The Court of Appeal recently ruled that preventing Muslim girls from wearing hijab in church-sponsored schools violated the Constitution. The court also directed the Education directorate to ensure the creation of new rules on school uniforms and not to discriminate against students based on religion,
The decision touches on the right to freedom of conscience, religion, belief, and opinion and the right to freedom of expression, as guaranteed in Articles 32 and 33 respectively of the Constitution.
The dispute in the appeal that led to this decision was that those opposed to wearing the prescribed school uniform were free to transfer to other schools where their dress code was allowed. It was further argued that allowing Muslim girls to wear hijab and white trousers amounted to special treatment.
While the standardization of school uniform is important, such rules should be cognisant of certain exemptions and diversity in our country.
Kenya is a country of many religions and inhibiting citizens’ fulfillment of other rights as a result of their religion is undesirable, retrogressive, and divisive.
Accepting girls in hijab and white pants as students in a church-funded school is an essential acknowledgement of the diversity of faith among Kenyans. Wearing a hijab should not be seen as religious rebellion but rather the acceptance that our identities can be complex and multiple.
Article 32 (4) of the Constitution states that a person shall not be compelled to act or engage in any act that is contrary to the person’s beliefs or religion. As the court rightly noted, fundamental rights cannot be taken away at the altar of education. Rightly so, students do not abandon their constitutional rights when they enter the school, therefore their choices about their appearance, especially regarding their religious convictions, must be protected.
Defending school girls’ right to express themselves by wearing hijab is also a defence of their right to free expression regarding their spirituality.
Inter-religious dialogue is an integral element of the socialisation process. Because of the appellate judges’ decision, students will now interact freely, knowing that discrimination on the basis of one’s faith is not permitted.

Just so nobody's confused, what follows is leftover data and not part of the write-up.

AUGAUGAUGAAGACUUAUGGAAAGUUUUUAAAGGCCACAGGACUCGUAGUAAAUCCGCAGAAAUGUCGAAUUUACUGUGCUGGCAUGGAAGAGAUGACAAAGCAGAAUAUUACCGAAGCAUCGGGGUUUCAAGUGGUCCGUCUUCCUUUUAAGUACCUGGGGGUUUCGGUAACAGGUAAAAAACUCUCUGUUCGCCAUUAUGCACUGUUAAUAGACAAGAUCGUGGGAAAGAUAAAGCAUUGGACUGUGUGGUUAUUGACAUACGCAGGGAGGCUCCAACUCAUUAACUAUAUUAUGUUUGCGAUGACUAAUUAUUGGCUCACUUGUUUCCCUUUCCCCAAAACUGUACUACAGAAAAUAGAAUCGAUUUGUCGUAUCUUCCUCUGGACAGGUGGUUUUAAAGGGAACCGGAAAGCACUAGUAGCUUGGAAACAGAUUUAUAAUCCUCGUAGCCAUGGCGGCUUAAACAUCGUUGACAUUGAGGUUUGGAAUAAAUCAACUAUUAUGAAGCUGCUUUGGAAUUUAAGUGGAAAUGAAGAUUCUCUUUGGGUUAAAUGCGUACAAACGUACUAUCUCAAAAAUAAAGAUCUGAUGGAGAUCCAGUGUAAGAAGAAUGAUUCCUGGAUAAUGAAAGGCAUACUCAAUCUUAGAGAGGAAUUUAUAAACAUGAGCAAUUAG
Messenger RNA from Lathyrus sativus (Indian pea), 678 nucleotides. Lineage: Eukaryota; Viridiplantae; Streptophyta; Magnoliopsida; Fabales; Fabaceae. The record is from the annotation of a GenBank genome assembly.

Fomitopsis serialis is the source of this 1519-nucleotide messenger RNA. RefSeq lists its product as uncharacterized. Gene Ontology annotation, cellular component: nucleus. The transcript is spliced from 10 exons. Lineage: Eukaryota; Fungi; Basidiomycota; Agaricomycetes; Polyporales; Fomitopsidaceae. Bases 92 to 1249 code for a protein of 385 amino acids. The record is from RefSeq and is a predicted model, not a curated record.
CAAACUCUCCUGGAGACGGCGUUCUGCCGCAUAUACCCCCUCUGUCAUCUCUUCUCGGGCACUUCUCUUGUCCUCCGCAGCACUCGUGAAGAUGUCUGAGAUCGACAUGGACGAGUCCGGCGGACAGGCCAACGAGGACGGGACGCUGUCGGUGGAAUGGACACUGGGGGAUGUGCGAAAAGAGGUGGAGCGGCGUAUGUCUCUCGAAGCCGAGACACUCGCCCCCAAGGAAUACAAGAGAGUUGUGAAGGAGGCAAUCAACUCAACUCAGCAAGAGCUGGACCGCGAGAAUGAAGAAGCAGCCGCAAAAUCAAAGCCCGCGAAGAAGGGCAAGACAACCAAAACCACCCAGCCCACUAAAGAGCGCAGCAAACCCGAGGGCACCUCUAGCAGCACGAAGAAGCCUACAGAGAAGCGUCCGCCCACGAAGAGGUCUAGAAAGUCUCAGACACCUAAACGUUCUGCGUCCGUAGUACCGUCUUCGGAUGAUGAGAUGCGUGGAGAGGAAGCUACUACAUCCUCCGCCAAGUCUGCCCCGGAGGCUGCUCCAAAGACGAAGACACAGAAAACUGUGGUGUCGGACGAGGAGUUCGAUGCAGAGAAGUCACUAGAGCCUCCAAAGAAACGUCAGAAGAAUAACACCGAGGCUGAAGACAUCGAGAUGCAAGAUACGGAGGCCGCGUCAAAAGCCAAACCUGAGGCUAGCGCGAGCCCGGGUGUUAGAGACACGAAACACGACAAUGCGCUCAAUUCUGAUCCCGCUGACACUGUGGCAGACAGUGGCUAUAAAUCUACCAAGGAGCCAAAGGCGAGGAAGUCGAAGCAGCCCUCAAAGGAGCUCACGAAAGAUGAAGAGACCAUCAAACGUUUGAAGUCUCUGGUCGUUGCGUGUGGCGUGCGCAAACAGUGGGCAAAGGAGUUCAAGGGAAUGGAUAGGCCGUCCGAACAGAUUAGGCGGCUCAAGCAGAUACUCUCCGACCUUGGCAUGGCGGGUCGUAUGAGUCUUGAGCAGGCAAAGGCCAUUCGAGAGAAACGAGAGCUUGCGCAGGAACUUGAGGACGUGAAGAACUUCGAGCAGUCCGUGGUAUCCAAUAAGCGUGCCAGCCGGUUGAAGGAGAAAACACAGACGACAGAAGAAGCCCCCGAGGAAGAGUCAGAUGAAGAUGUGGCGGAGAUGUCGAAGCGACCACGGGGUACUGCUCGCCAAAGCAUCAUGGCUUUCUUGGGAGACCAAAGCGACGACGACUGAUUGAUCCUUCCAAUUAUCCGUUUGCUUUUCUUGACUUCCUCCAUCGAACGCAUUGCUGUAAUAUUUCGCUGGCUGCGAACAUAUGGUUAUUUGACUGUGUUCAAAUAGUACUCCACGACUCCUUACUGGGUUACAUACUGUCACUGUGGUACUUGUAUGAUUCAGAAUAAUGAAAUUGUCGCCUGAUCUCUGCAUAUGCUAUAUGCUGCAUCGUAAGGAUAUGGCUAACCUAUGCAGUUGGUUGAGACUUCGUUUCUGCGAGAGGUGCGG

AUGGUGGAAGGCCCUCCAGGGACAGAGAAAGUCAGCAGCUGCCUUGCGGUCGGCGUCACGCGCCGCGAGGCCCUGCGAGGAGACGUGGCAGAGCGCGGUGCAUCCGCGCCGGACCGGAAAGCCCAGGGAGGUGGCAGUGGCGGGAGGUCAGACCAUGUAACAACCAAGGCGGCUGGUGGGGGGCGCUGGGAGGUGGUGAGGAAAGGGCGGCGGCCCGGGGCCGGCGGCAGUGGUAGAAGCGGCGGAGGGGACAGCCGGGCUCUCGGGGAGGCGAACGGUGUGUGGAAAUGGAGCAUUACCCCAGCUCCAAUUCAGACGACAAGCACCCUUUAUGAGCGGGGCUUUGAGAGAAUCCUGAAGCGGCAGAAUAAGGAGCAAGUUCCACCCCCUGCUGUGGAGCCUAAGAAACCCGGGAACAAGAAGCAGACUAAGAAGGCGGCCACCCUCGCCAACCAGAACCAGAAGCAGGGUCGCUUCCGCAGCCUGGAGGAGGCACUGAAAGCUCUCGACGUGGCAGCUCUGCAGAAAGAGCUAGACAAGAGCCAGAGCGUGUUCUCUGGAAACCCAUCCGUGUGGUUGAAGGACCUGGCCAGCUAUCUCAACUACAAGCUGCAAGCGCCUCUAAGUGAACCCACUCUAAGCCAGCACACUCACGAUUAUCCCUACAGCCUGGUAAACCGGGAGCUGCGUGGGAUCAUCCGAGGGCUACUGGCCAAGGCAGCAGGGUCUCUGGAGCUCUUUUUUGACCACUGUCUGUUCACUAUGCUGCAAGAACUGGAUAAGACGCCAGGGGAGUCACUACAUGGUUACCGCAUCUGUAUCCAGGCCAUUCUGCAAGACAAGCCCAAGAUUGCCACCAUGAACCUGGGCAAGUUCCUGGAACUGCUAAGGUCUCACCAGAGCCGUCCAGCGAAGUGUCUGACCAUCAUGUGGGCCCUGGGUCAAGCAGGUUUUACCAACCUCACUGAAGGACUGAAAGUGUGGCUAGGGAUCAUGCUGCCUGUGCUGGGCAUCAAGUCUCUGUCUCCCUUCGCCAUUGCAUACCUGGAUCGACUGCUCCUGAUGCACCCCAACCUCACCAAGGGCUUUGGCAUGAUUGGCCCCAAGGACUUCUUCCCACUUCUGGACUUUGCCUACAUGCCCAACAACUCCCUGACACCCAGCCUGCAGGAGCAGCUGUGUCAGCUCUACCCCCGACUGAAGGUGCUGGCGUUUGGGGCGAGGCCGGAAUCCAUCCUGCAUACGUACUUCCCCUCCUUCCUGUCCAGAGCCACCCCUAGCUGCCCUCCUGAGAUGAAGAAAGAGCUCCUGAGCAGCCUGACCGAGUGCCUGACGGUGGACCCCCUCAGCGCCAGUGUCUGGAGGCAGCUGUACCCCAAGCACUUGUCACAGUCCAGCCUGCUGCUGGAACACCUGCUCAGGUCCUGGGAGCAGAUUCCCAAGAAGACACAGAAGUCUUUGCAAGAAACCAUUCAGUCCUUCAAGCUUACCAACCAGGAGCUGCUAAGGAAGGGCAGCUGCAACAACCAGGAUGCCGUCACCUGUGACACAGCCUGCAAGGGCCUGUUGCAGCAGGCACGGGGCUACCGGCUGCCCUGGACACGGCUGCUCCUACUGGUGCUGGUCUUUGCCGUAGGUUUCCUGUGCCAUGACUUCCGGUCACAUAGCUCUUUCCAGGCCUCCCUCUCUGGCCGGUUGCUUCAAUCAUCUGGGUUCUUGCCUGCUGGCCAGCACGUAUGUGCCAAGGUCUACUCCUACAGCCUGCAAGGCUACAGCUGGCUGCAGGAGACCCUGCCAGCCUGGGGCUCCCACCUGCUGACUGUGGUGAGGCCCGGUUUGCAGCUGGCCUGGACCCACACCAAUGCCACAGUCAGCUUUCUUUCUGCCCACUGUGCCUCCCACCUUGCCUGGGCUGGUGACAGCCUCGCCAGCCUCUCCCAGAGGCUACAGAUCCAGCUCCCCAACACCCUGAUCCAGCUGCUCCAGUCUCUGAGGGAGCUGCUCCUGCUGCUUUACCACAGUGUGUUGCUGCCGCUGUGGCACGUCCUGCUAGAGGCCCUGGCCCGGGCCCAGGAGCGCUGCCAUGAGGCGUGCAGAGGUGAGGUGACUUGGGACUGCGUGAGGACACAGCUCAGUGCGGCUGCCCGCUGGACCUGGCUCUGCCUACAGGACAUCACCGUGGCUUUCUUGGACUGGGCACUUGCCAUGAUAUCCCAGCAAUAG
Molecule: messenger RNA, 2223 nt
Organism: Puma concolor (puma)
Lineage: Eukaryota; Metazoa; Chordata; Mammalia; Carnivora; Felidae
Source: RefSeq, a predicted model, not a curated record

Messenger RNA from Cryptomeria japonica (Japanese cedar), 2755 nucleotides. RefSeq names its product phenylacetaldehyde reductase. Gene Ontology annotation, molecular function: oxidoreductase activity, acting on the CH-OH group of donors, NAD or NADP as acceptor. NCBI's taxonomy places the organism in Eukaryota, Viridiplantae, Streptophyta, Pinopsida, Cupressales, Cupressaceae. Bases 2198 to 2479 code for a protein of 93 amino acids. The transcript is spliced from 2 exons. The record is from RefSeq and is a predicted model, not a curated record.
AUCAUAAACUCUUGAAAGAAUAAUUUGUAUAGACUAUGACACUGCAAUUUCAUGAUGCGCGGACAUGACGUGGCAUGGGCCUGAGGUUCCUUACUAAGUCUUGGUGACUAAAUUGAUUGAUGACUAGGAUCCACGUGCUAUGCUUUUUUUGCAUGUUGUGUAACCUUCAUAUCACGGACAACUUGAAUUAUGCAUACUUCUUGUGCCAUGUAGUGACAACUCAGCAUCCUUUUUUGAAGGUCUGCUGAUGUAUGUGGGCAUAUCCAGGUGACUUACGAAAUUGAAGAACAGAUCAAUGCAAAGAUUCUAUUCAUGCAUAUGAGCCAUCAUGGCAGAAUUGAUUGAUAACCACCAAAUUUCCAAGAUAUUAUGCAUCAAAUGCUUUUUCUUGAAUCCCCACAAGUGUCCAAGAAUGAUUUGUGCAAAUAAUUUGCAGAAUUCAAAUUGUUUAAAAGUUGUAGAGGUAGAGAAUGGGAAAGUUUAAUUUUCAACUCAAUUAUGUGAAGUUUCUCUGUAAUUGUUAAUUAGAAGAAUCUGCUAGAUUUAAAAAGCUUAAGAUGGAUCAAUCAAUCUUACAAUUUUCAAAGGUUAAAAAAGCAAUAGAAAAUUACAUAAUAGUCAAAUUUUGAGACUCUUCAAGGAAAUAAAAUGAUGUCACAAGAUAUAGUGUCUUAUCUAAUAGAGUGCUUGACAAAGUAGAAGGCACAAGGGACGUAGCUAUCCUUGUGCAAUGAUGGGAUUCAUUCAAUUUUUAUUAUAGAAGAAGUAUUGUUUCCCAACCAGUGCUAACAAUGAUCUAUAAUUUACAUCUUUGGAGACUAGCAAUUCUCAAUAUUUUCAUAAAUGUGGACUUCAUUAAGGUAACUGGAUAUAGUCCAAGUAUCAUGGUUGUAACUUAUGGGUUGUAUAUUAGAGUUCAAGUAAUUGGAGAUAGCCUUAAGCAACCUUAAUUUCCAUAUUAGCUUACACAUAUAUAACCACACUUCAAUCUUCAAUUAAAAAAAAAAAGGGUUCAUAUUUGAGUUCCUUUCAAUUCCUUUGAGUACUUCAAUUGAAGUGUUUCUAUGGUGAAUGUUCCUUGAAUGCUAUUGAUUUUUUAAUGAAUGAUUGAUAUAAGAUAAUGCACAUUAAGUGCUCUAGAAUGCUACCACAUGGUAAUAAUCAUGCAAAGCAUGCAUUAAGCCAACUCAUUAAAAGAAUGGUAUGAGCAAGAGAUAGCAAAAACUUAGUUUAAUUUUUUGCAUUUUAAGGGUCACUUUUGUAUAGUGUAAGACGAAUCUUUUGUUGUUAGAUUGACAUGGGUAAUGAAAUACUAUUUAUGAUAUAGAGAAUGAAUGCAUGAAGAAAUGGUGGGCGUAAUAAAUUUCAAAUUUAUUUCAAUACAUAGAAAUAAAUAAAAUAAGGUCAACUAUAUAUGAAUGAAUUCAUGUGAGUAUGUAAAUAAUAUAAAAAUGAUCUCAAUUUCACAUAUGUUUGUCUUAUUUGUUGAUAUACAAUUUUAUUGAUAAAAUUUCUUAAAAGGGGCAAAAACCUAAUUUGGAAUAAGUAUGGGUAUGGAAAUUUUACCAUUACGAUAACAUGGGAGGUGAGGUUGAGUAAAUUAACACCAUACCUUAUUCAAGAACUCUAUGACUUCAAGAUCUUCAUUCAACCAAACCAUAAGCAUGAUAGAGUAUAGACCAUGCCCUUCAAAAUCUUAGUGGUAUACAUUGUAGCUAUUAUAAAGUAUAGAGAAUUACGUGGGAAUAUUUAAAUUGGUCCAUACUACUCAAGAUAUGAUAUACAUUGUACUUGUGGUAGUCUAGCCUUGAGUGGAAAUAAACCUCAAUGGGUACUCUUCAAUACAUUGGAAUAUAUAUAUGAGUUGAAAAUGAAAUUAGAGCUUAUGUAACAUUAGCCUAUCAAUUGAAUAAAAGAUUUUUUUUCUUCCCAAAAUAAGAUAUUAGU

The prescription of the hijab for Muslim students will aid in breaking the undignified stereotypes and prejudices that Islam has been illogically associated with. Few Kenyans care to know or acknowledge that Islam was being practiced in the region centuries before any European missionaries landed on eastern Africa soil to spread Christianity.
We should be aware of the predominant narrative that headscarves are a misogynist symbol of purity in a culture that segregates, subordinates, silences, prejudices, and forces women and girls into second-class citizen status. On the contrary, constitutionally speaking, women have a right to wear – or not wear – the headscarf.
This decision comes at a time when the debate about the burkini rages in France. In the burkini case, the debate has morphed into an even bigger discussion about the place of Islam in France’s staunchly secular culture.
In both the Kenyan and the French cases, there are compelling cases for exemptions from seemingly inflexible policies of uniformity. Just as it has now been done in Kenya, one by one, French courts have overturned the ban on the burkini in about 30 French towns.
It is important for non-Muslims to stop seeing the hijab as a sign of resistance to the secularisation of society, as in countries such as France and Belgium, where there have been attempts to ban face veils.
Conversely, there have been developments in some parts of the world in trying to find an amenable solution to this issue.
In the United Kingdom, the Metropolitan Police (London) grants on-duty Muslim policewomen the option of wearing hijab in the colours of the force. Plainclothes female officers wear hijab of their choice.
In democracies such as the USA, the hijab has become a symbol of religious freedom as opposed to representing oppression. It is a way for Muslim women to express their beliefs.
With the landmark judgment, a practical expectation is that Muslim girls will be allowed to wear scarves in the respective school colours.
Demas Kiprono (firstname.lastname@example.org) and Churchill Ongere (email@example.com) work for Article 19 Eastern Africa.